Andrew Dice Clay’s career comeback bid is about to get a boost with Showtime handing the comedian a six-episode order for the semi-autobiographical series “Dice,” targeted to air in 2016.
The scripted series will revolve around Clay’s life in Las Vegas as he tries to reclaim his former stature as a standup comedian while juggling obligations to his family, his ex-wife and former finance. Series hails from writer Scot Armstrong (“The Hangover II”) and Fox 21 TV Studios. Clay, Armstrong, Sean Furst, Bryan Furst, Richard Shepard and Bruce Rubenstein are exec producers.
The half-hour single-camera series is set to begin filming in Las Vegas later this year. Clay is also toplining the Showtime comedy special, “Andrew Dice Clay Presents the Blue Show,” set to bow April 25.
“Love him or hate him, Dice is a true original, and Dice is always funny,” said Gary Levine, Showtime’s exec VP of original programming. “After a career full of ups and downs, he’s hotter today than ever. Plus, we were looking to do a semi-autobiographical comedy about a one-named icon and Cher was busy.”
Clay made a splash in the late 1980s with his raunchy material and salty language (even by the standards of standup comedy). He was famously “banned for life” from MTV in 1989 after delivering a foul-mouthed routine at the VMA Awards. But his career sputtered within a few years after he made some lackluster movies and forgettable sitcoms, including UPN’s “Hitz” and CBS’ “Bless This House.”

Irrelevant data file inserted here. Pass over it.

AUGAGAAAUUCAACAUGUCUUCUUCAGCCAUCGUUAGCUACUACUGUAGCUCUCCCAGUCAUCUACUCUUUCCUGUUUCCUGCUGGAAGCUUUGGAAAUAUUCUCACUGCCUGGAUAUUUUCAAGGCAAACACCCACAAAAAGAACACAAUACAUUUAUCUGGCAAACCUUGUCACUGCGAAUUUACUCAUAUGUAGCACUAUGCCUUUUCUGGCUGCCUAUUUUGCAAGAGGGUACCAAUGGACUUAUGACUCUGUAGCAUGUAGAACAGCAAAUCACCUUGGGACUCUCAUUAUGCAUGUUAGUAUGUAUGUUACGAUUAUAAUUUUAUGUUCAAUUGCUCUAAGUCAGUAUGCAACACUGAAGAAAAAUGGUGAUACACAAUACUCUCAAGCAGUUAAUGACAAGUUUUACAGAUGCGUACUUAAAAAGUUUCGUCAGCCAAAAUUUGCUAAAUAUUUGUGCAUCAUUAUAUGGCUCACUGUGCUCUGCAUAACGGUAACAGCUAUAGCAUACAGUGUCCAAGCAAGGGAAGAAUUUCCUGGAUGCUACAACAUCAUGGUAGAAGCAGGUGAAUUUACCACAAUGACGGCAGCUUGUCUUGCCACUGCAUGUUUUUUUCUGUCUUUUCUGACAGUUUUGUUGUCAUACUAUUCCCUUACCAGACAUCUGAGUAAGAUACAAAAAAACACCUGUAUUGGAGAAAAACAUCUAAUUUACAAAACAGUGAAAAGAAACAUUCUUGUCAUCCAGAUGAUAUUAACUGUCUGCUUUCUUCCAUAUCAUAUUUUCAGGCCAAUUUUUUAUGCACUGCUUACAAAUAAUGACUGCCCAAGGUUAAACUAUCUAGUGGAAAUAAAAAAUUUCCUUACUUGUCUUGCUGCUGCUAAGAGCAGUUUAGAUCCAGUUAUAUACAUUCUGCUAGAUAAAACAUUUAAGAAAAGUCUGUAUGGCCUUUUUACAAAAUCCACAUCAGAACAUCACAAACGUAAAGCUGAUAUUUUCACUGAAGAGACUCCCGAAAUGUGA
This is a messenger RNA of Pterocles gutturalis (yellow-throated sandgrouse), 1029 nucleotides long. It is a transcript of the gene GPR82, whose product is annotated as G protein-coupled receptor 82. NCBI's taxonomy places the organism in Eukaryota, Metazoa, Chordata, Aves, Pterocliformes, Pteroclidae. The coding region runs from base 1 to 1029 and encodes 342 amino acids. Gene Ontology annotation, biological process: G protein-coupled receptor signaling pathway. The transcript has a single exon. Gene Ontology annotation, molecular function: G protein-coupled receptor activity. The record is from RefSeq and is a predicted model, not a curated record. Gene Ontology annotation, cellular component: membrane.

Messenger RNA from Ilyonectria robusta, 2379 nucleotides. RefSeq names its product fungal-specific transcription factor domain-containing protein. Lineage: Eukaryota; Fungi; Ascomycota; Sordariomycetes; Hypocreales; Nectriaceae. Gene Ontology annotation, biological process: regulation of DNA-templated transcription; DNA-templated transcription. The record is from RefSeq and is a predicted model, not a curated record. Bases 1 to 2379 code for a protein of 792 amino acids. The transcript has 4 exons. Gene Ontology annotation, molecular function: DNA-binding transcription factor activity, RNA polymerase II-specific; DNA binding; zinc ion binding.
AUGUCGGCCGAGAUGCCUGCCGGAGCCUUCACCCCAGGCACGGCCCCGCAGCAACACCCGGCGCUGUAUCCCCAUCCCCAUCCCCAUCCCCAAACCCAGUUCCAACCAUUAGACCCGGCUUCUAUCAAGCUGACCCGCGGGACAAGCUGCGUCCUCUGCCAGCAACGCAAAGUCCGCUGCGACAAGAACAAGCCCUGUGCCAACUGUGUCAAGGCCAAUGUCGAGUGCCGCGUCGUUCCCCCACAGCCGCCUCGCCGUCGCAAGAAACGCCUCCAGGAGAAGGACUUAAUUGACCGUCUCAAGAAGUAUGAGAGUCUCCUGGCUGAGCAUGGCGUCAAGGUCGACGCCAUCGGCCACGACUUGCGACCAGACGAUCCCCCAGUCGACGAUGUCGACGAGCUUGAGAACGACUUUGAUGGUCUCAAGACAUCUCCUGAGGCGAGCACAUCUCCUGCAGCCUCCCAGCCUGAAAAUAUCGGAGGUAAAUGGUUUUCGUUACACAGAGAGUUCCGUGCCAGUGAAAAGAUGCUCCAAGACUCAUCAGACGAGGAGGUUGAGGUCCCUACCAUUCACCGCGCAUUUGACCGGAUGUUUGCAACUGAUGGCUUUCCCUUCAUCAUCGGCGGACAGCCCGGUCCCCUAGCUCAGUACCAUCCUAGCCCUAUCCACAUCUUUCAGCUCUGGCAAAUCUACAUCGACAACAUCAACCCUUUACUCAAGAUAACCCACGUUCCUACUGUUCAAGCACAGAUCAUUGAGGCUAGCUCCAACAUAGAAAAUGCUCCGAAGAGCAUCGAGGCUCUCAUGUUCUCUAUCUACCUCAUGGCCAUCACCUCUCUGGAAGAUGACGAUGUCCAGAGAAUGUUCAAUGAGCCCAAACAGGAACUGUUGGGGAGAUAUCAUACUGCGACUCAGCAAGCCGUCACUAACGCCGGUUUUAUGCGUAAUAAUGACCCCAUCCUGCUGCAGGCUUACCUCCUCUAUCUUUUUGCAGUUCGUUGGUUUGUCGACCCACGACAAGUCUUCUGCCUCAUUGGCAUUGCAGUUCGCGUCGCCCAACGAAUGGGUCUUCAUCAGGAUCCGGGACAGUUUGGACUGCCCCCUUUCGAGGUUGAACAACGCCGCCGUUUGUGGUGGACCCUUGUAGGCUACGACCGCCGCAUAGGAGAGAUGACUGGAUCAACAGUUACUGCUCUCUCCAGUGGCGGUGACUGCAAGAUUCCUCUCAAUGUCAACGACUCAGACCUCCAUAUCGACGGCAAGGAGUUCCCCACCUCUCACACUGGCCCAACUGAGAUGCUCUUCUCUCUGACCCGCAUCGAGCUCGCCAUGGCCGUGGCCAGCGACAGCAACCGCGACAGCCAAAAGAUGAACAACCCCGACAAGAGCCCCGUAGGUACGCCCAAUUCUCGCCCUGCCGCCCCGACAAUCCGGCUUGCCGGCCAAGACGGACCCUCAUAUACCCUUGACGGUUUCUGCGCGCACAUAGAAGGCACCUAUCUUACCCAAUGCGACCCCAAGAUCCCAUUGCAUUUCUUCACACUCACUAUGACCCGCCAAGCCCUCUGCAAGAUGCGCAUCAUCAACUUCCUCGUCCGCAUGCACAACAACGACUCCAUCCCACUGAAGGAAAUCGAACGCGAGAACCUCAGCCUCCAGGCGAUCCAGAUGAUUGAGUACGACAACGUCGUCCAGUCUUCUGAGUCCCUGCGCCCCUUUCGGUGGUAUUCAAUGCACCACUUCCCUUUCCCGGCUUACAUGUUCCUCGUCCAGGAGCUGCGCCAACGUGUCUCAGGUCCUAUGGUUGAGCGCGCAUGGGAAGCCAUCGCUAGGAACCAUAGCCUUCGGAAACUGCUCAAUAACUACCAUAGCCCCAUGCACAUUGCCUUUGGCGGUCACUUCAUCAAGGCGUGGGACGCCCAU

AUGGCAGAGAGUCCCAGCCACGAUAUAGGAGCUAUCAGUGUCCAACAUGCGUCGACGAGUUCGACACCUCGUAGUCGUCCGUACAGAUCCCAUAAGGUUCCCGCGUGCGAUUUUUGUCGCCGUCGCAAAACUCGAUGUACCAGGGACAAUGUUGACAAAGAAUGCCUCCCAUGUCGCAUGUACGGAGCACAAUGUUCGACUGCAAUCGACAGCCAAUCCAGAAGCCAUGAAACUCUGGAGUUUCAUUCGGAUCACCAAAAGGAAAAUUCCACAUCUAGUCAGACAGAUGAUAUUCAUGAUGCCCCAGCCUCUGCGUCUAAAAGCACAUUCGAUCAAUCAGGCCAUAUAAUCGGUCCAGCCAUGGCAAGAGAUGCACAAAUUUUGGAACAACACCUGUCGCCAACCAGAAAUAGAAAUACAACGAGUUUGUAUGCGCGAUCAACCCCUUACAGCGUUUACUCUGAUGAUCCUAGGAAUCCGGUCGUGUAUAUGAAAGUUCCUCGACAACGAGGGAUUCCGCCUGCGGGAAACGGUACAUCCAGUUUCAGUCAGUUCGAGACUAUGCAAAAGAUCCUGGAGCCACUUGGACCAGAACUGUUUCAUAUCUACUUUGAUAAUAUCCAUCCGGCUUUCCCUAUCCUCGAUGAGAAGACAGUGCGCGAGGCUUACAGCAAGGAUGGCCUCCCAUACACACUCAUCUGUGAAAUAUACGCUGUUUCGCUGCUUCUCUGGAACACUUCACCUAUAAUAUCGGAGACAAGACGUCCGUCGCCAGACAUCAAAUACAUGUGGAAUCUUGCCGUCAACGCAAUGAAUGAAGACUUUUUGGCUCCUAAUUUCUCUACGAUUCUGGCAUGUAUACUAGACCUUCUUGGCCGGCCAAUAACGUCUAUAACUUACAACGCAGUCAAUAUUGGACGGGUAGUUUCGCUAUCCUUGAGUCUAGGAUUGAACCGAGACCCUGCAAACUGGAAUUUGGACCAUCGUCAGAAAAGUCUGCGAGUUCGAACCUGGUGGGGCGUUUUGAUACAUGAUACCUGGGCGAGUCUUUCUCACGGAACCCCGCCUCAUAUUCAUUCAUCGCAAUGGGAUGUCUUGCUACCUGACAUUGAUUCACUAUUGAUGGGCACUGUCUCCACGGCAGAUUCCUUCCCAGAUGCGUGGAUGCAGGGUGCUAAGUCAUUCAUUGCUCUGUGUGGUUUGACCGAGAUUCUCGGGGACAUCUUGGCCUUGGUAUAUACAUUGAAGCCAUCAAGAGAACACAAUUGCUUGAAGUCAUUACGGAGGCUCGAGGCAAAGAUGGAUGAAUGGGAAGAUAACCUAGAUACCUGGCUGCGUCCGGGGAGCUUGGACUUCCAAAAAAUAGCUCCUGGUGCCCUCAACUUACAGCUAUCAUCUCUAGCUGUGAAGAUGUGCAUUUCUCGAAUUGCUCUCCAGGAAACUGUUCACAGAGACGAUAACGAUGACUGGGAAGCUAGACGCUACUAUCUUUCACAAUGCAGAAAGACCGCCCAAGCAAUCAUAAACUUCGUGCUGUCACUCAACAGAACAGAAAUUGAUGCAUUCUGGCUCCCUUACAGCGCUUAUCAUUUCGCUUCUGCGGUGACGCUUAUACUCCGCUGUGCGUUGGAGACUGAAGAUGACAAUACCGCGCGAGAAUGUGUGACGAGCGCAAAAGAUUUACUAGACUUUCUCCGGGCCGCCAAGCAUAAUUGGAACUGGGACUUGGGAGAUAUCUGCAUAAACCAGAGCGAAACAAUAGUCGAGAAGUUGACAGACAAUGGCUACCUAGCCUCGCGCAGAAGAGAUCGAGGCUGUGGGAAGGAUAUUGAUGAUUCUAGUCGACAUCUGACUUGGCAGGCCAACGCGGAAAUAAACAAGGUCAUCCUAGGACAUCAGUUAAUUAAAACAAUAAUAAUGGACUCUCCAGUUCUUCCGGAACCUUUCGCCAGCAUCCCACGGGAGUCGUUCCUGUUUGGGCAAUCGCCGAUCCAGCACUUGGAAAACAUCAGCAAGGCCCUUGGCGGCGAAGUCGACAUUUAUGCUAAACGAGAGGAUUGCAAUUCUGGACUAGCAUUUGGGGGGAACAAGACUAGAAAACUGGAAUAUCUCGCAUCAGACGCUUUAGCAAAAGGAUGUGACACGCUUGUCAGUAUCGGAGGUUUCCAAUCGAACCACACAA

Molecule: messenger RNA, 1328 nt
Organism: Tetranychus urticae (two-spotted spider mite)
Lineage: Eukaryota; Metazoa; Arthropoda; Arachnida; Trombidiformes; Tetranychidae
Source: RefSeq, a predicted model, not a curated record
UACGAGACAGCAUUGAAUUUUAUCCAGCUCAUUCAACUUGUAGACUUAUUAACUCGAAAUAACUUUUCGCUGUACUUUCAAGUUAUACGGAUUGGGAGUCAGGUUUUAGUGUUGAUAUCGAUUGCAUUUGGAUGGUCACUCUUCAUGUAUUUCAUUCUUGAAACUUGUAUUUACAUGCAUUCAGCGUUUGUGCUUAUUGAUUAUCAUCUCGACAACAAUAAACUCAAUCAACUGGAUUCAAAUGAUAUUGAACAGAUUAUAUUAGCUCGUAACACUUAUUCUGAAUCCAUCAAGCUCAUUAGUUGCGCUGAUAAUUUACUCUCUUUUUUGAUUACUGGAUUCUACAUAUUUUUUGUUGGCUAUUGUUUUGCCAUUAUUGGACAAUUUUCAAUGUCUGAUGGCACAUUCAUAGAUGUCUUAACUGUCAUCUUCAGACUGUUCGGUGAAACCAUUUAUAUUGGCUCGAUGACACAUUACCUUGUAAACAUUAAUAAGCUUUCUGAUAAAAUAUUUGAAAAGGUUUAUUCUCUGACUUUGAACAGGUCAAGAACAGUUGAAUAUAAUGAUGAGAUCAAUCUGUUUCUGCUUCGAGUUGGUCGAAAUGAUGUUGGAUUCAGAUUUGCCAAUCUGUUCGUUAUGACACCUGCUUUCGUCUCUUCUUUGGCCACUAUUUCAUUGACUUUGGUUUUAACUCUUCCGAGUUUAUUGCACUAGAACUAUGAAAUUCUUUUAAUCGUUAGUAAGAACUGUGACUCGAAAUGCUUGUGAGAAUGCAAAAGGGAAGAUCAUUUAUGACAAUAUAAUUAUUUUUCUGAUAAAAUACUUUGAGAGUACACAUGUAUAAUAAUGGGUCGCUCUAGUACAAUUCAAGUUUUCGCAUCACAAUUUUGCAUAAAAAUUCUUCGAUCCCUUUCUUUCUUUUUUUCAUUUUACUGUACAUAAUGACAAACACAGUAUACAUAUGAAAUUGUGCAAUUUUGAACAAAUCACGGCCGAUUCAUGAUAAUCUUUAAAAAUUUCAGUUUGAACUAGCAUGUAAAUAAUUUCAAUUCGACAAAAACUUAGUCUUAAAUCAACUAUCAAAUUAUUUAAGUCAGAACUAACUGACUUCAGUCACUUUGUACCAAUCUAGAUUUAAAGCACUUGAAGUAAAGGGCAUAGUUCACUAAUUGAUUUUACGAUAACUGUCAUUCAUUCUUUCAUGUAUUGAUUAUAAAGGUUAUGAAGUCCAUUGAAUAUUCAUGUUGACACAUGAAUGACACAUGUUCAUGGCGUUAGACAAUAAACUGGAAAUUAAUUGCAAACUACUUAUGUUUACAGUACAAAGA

Clay’s career-rehab efforts got a lift from his role in the final season of “Entourage” in 2011. In addition to regular long stints in Vegas, Clay is touring and toplined his first TV special in years for Showtime in 2012, “Indestructible.” He also had a role in Woody Allen’s 2013 film “Blue Jasmine.”
Clay’s rags-to-riches-to-rags trajectory will be fodder for “Dice.” Fox 21 TV Studios execs funded an initial presentation for the show out of their own pocket, which was enough to land a straight-to-series order from Showtime president David Nevins.
“We realized there was a lot of humor and heart in the story of a once-superstar comedian having to crawl back to have a career — a true second act,” said Fox 21 TV Studios president Bert Salke. “Sean, Bryan and Richard immediately saw the potential for a series, and we so believed in it that we asked Scot Armstrong to write and direct a homemade presentation — which David and Gary loved so much they ordered it straight to series.”